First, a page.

I shot the photos using a Fuji X-Pro 2 and for post processing, I wanted to go with a nice film look, and so, after trying out a few different presets, I eventually settled on using my own FilmLUX set as my starting point. But first, let me back up a bit. I actually pre-processed the files with the excellent Iridient X-Transformer first, converting them to DNG. When using DNGs created with X-Transformer, the resulting files behave exactly like RAW files, and so can be used with any preset. On import, I used the “Provia” colour profile as my base setting.

After going through the images from the shoot, I picked the ones I wanted to work on, and then I started editing in the develop module in Lightroom. I selected “FL-Film Base Slide 01” from FilmLUX as the starting point. Once I applied that I did some additional tweaking. This was mostly just to adjust the exposure slightly or the highlight and shadow recovery.

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As I wanted them all to have the same feel to them, and be part of a series, I went through each image from my selects, and used the “Previous” button in Lightroom to apply the settings from he previous photo, and then did some minot tweaking for each shot. Using this method I was able to quickly process the whole shoot.

Here are some of the photos that I took that day, processed using FilmLUX. You can find out more about FilmLUX here.

 

Film Lux Lightroom Presets

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Behind the scenes of “Alpine”: QuickLux 2 in Action

Alpine-After-7

I recently posted a short photo essay over on my Photo Journal about some of the lovely images you can get when it’s a dull overcast day. Here’s a short excerpt from what I wrote:

Where I live, we’re sort of in the foothills of the Dublin mountains, and during the summer, sometimes we get a kind of misty cloudy rain, that has a real mountain like feel to it. It reminds me of so many episodes of the X-Files which took place in forest settings of Canada, and it has a real frontier feel to it, even though we’re still just in a superb of the city. I always think of it as “Alpine” weather, even though this is probably just a name I’ve given it myself.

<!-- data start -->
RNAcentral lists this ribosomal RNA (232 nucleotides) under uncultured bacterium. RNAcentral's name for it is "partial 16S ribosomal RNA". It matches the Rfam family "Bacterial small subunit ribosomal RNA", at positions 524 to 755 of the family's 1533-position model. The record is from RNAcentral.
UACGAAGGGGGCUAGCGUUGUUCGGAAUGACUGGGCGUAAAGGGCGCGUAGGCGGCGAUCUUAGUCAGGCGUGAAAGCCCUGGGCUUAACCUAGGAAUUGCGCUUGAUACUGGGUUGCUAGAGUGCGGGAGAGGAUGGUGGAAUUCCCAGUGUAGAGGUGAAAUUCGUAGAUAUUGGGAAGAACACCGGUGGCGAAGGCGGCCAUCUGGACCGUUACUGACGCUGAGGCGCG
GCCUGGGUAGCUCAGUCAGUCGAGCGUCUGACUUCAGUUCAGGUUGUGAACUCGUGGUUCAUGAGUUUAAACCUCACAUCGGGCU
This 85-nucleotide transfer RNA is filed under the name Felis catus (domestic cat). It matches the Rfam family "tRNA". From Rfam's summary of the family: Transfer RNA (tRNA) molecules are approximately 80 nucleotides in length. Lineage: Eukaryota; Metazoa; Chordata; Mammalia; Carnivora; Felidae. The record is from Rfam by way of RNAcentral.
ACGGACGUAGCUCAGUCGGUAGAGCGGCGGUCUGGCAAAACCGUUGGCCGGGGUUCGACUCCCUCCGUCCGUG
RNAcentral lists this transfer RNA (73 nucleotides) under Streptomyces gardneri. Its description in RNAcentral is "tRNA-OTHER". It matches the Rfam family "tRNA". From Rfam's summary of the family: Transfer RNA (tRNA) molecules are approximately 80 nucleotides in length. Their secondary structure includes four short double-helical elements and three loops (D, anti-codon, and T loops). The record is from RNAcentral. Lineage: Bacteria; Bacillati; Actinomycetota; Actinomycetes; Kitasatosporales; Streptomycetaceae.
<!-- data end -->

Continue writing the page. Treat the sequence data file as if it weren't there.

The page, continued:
To create the look for this I used my QuickLux 2 Lightroom presets. In fact, it was for this very style of shot that I created some of the presets in QuickLux 2. I shot these set of images with a Sony A6000, and processed them in Lightroom.

The first step was to import them with my A6000 import preset (Available Here). I use this preset to get a better starting point. Once I’d rated and sorted my images I went through them and started applying the presets. Here are a few examples from the photo essay.

Bridge

In this example of a bridge over a stream, I used QNeg-Basic02 from QuickLux 2. Once I applied that, I then tweaked the Dehaze amount using the +DH25 preset that also comes with the set.

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Before | After

Old Gateway

For this shot I used QTrans-Basic 04 for the shot. That’s pretty much all I did to it. You can see the before and after result below.

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Before | After

Walker Sign

For this shot I used QTrans-Basic05 from QuickLux 2. Again, that was all I did to the shot in Lightroom.

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Before | After

Old Log

For this shot I went with QNeg-Basic 02. I like this preset as it has the blacks raised a little. I did some additional exposure compensation for this shot.

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Before | After


 

Quick LUX 2 Lightroom Presets
QuickLux 2 for Lightroom

These are just a few examples of how I processed the images from this shoot. You can see the full project here, and to learn more about QuickLux 2 visit the product pages here in the store.